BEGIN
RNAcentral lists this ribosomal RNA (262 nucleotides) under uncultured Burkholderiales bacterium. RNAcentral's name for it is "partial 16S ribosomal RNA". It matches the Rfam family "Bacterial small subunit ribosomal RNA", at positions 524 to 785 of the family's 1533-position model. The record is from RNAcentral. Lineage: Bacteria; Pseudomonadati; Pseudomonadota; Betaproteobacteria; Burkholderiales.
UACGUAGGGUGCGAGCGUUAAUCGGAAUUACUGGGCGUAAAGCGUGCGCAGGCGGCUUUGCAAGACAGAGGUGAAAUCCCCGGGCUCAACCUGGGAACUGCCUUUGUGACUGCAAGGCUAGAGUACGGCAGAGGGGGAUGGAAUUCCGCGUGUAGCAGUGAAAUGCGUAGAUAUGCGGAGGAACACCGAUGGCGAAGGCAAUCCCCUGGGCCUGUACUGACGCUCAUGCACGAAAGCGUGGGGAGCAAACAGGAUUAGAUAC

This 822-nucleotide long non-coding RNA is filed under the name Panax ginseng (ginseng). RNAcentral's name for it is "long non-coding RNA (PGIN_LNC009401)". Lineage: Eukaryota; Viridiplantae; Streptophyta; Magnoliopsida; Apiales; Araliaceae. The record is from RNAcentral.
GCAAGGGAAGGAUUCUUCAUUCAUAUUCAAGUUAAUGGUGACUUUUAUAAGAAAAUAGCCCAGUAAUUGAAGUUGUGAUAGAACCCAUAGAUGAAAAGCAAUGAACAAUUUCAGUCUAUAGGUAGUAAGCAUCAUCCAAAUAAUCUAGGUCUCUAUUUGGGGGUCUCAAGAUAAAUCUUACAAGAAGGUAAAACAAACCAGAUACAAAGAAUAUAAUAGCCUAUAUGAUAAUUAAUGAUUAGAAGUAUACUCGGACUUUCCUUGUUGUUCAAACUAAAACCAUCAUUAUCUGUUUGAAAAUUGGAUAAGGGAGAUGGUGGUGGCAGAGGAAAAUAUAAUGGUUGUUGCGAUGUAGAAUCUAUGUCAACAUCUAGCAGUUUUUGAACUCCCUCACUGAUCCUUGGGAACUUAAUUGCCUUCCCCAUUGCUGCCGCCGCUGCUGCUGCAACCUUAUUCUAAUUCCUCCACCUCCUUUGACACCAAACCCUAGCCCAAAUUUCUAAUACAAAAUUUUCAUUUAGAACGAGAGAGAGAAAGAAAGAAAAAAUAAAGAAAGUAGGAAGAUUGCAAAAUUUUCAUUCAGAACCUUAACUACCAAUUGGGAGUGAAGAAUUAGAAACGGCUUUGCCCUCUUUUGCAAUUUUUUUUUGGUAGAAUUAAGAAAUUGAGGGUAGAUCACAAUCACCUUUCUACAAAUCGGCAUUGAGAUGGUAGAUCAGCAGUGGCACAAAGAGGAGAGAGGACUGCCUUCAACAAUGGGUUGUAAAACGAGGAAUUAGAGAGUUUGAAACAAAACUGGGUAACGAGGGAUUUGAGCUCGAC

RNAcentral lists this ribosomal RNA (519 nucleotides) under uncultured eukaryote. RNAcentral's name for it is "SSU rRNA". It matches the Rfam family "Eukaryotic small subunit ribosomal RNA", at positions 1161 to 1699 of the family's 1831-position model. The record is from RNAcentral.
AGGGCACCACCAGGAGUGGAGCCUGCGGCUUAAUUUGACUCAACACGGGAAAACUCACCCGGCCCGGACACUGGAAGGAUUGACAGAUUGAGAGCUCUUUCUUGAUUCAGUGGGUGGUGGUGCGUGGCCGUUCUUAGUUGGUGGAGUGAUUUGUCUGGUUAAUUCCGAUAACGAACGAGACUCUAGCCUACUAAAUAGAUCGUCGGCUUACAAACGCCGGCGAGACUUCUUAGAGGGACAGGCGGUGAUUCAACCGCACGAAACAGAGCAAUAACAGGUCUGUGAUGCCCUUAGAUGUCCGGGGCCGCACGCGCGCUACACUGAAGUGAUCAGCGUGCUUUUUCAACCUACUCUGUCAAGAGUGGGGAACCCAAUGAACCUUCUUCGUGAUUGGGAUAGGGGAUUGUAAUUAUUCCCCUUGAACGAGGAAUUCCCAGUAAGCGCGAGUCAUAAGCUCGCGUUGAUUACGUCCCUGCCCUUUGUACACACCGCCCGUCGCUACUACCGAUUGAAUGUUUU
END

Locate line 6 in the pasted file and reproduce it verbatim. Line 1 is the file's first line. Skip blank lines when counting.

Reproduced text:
AGGGCACCACCAGGAGUGGAGCCUGCGGCUUAAUUUGACUCAACACGGGAAAACUCACCCGGCCCGGACACUGGAAGGAUUGACAGAUUGAGAGCUCUUUCUUGAUUCAGUGGGUGGUGGUGCGUGGCCGUUCUUAGUUGGUGGAGUGAUUUGUCUGGUUAAUUCCGAUAACGAACGAGACUCUAGCCUACUAAAUAGAUCGUCGGCUUACAAACGCCGGCGAGACUUCUUAGAGGGACAGGCGGUGAUUCAACCGCACGAAACAGAGCAAUAACAGGUCUGUGAUGCCCUUAGAUGUCCGGGGCCGCACGCGCGCUACACUGAAGUGAUCAGCGUGCUUUUUCAACCUACUCUGUCAAGAGUGGGGAACCCAAUGAACCUUCUUCGUGAUUGGGAUAGGGGAUUGUAAUUAUUCCCCUUGAACGAGGAAUUCCCAGUAAGCGCGAGUCAUAAGCUCGCGUUGAUUACGUCCCUGCCCUUUGUACACACCGCCCGUCGCUACUACCGAUUGAAUGUUUU